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Why power outages persist, by Ikeja Electric

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Investment Director/ Head of Department, Norwegian Investment Fund for Developing Countries (NORFUND), Elin Ersdal (left); Chief Executive Officer, Marine Platforms, Taofik Adegbite; Ambassador, Royal Norwegian Embassy, Abuja, Rolf Ree; and Director, Private Sector Development, Private Sector Development, Ministry of Foreign Affairs, Vibeke Tralim, during an official visit to Marine Platforms recently.

THERE seems to be more than meet the eyes over the prevailing epileptic power supply, as the distribution companies (discos) continued to pass the buck to generation companies (gencos) for inadequate energy allocation.

Specifically, the Ikeja Electric is the latest of the 11 discos to attribute the current power interruption across its network to low power allocation from the national grid.

The Chief Executive Officer, Abiodun Ajifowobaje, in a statement made available to The Guardian recently, said that in the last one week, the average power allocation to Ikeja Electric was 350 Mega Watts (MW) as against minimum load demand of 1,250 MW.

This situation however amounts to a shortfall of about 900MW, which is compelling the firm to resort to load-shedding. Ajifowobaje explained: “The huge shortfall is seriously affecting the operation of the company as it has to resort to load-shedding, which is having adverse effect on both Ikeja Electric and the customers in terms of man hour being used to carry out load-shedding as well as service delivery to customers,”

He however assures that the company will ensure that the power allocation will be equitably distributed to all its customers. While appealing for customers’ understanding, the Ajifowobaje said that efforts have been stepped up to ensure that electrical faults are cleared promptly and urged customers to report such through its contact center and Ikeja Electric offices.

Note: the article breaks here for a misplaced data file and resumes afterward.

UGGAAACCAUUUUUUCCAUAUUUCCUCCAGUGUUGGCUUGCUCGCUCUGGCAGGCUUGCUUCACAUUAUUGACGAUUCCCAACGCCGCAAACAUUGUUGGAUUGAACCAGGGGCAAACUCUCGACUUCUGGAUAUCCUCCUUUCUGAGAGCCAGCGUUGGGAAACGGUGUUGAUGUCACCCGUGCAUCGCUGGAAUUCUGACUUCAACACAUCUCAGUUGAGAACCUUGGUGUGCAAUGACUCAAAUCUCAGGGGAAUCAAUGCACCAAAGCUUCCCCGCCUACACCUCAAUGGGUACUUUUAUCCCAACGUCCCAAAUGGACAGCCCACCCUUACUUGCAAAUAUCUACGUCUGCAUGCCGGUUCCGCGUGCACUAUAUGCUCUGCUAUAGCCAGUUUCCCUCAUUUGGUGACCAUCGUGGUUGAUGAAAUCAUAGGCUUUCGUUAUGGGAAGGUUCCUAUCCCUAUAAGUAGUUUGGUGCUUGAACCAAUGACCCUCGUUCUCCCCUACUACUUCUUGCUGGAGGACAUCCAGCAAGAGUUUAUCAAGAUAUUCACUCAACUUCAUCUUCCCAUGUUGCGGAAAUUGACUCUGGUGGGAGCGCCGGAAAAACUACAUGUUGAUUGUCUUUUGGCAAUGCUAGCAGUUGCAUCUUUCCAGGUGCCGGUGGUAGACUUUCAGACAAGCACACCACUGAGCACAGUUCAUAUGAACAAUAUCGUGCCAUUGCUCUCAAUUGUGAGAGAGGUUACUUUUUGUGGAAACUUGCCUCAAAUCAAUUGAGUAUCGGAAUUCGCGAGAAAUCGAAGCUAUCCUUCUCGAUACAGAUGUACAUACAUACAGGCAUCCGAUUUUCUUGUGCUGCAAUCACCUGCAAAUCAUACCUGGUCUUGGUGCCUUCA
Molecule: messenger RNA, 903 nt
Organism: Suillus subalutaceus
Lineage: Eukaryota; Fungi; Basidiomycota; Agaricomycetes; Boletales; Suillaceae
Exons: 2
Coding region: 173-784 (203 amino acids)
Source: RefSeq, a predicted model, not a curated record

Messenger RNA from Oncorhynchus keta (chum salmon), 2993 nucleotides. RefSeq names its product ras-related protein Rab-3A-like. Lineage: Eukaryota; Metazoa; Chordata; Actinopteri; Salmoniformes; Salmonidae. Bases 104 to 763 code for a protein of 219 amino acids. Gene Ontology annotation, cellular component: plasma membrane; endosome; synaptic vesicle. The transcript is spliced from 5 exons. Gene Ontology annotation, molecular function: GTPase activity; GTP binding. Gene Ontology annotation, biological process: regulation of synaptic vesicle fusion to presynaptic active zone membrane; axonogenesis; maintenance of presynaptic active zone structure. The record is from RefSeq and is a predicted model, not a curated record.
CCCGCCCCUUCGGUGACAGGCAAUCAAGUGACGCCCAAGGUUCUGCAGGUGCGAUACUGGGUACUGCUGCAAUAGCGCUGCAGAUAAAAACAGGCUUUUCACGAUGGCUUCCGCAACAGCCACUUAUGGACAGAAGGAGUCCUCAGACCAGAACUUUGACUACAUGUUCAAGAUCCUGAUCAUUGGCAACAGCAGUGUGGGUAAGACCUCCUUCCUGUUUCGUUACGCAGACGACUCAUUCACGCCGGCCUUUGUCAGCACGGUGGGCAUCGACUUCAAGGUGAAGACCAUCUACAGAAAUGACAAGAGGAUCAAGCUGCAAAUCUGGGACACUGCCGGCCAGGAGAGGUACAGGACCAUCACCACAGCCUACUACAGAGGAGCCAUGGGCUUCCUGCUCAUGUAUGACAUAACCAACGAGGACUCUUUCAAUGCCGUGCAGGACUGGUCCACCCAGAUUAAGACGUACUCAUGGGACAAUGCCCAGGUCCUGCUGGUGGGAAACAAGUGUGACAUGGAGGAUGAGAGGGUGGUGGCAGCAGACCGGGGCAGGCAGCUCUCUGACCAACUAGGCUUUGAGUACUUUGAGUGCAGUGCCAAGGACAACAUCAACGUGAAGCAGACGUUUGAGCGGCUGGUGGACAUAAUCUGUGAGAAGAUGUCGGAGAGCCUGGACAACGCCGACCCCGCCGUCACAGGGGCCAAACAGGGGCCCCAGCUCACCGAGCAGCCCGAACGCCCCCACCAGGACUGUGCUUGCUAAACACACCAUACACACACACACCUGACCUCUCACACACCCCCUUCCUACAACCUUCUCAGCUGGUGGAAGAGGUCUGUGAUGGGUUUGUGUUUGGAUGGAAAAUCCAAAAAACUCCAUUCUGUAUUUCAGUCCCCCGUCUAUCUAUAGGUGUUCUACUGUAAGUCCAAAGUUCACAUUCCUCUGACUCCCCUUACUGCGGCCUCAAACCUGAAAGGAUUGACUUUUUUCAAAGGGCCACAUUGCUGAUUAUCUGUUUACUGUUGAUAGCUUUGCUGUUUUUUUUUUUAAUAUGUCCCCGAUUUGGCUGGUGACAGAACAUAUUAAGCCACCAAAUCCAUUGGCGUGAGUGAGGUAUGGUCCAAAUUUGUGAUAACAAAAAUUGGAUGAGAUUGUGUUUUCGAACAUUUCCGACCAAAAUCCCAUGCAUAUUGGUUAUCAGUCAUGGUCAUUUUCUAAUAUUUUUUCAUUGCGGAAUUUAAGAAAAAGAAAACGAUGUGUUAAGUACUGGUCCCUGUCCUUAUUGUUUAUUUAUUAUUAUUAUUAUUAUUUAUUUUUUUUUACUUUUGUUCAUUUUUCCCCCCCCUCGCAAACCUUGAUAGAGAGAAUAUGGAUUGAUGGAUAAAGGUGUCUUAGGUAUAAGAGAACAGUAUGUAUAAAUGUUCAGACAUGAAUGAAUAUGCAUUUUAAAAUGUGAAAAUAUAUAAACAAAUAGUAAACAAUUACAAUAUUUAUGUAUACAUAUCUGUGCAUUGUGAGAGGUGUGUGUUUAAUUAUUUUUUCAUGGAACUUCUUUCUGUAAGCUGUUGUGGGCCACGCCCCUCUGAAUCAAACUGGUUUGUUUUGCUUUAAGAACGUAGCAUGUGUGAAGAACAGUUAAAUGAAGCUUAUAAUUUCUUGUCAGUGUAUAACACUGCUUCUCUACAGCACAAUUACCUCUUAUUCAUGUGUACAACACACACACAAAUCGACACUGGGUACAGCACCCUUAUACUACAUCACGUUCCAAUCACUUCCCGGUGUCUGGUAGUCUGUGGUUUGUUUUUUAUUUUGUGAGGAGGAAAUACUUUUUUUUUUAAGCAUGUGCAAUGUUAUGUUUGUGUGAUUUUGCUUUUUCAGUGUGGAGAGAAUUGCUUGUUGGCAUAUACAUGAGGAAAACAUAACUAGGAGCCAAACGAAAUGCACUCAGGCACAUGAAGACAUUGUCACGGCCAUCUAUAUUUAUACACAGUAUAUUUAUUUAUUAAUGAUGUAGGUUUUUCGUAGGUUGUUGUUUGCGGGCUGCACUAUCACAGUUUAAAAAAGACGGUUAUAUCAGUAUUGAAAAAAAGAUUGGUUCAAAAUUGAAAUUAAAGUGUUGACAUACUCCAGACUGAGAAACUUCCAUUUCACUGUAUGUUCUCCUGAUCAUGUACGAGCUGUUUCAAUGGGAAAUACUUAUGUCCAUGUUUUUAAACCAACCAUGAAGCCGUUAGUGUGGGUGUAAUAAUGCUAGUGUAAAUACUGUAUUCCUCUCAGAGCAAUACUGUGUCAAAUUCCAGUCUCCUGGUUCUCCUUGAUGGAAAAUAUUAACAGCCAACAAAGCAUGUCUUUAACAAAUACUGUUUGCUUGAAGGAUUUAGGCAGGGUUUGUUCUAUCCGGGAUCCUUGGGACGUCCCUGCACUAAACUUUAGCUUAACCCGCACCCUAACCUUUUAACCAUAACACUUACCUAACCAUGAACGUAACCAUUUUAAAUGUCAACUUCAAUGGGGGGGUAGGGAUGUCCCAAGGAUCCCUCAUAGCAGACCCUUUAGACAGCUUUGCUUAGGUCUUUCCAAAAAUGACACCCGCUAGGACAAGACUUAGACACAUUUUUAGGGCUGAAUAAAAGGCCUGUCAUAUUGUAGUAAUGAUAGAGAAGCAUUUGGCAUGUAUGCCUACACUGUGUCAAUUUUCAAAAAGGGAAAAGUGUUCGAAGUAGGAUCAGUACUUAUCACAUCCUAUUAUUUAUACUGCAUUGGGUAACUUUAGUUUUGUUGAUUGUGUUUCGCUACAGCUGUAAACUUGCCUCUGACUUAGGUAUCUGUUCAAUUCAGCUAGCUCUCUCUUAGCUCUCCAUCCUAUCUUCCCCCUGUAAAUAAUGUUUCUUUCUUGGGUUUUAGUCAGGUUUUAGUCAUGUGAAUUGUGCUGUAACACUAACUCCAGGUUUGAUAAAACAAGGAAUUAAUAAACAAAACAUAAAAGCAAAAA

In another development, Ajifowobaje has decried the activities of individuals who connect electricity illegally into their premises without paying electricity bills. Describing such persons as “energy thieves”, he explained that their activities affect the billing of other customers “as the energy allocated to an area is measured and people may be paying for the power being consumed by the energy thieves.”

“We have put a process in place to migrate individuals involved in this practice into our network. However, we seek the cooperation of Community leaders and customers in our efforts to eradicate energy theft and ensure quality service delivery for all customers within the Ikeja Electric network,” he added.

Meanwhile consumers have continued to groan under epileptic power supply from the company, lamenting its effects on their business and domestic activities.

A consumer in Gowon Estate, Ipaja, Mrs. Ajayi Alake, who deal on confectioneries said the power outages has almost crumble her business as she relies on self power generator to run her business.

She said the unfortunate challenges of fuels scarcity has further worsen the matter as she could not get fuel to energize the generator.

Another consumer Magodo-Isheri, Ehiz Daniels, lamented the night outages, which he said was too worrisome for them to sleep in darkness on a daily basis after a hectic work.

The consumers however urged the Federal Government to intervening in the matter to ensure that electricity consumers enjoy the dividends of democracy.


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2 Comments
  • Yomi

    Go and ask the U.S. govetnment how they do it. Olodoz

  • Ayda

    Who is this illiterate journalist writing this horrific grammar? Guardian, please take care, I’m quarter to dropping this paper, the writing standard is non existent!